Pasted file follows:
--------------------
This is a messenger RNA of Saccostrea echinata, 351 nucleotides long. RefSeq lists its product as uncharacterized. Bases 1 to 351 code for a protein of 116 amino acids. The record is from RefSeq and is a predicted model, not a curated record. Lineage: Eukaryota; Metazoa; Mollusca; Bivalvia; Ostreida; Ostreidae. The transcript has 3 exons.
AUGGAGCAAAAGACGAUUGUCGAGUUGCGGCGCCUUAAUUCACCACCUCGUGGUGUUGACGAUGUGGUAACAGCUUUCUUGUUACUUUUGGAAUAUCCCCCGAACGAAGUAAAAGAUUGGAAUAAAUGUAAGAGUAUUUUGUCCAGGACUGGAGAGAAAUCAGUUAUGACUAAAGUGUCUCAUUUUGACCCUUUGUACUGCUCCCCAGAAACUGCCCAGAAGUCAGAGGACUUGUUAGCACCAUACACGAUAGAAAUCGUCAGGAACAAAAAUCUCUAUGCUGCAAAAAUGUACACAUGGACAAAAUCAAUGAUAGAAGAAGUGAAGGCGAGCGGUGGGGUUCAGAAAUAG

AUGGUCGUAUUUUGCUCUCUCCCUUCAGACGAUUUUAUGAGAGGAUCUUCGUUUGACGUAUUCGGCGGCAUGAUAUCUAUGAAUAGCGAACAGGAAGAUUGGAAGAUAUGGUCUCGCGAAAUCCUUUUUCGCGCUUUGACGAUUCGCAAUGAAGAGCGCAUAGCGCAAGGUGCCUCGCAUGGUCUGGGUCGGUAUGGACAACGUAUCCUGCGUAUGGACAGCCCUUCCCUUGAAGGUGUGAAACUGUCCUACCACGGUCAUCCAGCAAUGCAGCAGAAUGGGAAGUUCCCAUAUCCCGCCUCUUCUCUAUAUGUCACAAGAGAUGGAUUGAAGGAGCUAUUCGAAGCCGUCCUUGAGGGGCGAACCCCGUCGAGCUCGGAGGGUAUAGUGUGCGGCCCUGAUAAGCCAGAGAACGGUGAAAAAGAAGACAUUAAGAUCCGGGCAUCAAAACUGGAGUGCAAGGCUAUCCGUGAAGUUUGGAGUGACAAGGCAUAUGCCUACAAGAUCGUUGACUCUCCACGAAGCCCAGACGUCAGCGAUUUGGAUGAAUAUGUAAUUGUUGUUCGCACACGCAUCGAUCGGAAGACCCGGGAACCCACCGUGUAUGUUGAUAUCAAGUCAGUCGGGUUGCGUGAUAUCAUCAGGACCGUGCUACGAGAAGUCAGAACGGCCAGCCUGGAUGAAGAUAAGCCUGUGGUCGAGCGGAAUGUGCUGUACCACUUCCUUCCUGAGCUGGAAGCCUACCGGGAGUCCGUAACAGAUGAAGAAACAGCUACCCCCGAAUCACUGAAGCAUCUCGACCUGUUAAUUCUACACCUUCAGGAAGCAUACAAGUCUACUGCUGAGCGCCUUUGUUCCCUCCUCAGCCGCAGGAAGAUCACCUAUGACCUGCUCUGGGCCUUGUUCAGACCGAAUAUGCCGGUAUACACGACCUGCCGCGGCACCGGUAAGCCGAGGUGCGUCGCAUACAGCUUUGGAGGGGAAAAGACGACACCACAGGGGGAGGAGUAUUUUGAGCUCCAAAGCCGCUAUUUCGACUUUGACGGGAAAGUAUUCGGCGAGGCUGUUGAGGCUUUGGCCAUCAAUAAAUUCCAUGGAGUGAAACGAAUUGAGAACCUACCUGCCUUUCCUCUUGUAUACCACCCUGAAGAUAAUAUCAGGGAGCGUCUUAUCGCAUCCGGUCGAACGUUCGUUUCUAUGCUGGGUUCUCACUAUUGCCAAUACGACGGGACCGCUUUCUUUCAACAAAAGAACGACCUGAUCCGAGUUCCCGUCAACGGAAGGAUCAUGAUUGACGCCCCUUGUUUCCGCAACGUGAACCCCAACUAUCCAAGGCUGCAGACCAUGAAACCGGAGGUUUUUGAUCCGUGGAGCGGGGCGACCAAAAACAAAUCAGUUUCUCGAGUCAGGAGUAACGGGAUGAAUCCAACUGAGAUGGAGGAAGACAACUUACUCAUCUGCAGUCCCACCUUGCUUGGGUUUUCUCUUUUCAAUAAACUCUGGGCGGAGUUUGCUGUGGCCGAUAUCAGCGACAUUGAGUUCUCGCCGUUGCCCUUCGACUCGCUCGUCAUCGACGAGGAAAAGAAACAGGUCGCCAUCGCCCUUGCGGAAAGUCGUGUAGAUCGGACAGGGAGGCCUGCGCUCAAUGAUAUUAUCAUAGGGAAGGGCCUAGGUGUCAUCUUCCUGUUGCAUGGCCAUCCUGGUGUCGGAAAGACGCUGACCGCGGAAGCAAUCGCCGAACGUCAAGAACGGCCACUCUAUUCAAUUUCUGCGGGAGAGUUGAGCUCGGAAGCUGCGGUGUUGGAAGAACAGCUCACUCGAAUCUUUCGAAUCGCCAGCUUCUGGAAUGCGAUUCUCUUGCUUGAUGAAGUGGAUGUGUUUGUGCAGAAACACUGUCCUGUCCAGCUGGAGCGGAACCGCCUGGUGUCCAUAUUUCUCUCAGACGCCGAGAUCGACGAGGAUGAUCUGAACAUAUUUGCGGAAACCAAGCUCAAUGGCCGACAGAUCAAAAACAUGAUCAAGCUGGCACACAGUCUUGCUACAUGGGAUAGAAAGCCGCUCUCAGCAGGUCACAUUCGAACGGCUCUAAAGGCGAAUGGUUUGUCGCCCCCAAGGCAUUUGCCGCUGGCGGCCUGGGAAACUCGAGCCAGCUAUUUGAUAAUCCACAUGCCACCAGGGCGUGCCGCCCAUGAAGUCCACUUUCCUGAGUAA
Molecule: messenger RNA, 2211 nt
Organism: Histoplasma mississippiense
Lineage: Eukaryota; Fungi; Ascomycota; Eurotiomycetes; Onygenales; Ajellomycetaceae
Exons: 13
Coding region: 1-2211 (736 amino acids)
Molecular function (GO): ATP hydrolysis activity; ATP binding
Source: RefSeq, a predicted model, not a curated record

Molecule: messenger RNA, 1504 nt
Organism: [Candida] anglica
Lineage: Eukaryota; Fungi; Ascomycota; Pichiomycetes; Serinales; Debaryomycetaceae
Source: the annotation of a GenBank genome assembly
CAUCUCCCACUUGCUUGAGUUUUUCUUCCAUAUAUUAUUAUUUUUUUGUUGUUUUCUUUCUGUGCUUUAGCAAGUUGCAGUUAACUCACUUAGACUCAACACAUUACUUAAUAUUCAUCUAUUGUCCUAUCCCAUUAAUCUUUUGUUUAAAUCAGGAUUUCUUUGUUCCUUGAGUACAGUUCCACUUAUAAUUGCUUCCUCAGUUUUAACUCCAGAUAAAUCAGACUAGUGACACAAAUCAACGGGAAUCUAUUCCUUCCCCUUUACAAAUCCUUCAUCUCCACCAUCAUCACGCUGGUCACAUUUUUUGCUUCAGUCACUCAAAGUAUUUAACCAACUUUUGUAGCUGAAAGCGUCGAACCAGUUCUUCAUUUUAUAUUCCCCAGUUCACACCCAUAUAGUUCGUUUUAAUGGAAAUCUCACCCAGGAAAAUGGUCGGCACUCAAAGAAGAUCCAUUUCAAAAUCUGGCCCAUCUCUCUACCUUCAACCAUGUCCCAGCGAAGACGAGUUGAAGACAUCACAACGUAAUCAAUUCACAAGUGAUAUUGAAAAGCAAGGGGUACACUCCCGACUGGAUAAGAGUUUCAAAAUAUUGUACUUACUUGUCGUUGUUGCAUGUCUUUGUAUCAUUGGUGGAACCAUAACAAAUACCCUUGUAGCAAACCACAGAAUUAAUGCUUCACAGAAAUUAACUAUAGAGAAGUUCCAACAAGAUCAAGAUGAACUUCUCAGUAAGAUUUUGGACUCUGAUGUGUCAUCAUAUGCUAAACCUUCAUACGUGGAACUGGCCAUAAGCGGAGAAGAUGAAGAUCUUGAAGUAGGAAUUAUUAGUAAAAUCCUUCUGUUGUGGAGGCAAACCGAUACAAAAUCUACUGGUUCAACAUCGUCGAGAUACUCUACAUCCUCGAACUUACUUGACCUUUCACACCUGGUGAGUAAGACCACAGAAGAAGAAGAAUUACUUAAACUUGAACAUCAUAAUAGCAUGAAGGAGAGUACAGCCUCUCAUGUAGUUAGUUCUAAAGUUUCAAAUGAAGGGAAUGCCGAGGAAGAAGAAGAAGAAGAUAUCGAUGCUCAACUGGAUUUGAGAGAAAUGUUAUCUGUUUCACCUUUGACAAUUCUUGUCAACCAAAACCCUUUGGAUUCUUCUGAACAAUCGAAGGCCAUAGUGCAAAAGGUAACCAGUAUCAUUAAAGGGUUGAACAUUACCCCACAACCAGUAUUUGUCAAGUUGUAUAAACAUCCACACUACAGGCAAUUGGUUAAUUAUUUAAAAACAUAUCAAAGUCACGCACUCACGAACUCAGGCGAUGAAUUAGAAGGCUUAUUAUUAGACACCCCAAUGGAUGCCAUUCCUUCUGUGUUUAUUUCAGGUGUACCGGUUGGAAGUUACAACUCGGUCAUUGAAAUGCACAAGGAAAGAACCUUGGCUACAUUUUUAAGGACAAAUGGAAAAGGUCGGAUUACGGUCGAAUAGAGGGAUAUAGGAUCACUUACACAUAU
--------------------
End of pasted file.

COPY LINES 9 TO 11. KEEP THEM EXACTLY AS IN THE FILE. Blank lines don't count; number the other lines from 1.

Molecular function (GO): ATP hydrolysis activity; ATP binding
Source: RefSeq, a predicted model, not a curated record

Molecule: messenger RNA, 1504 nt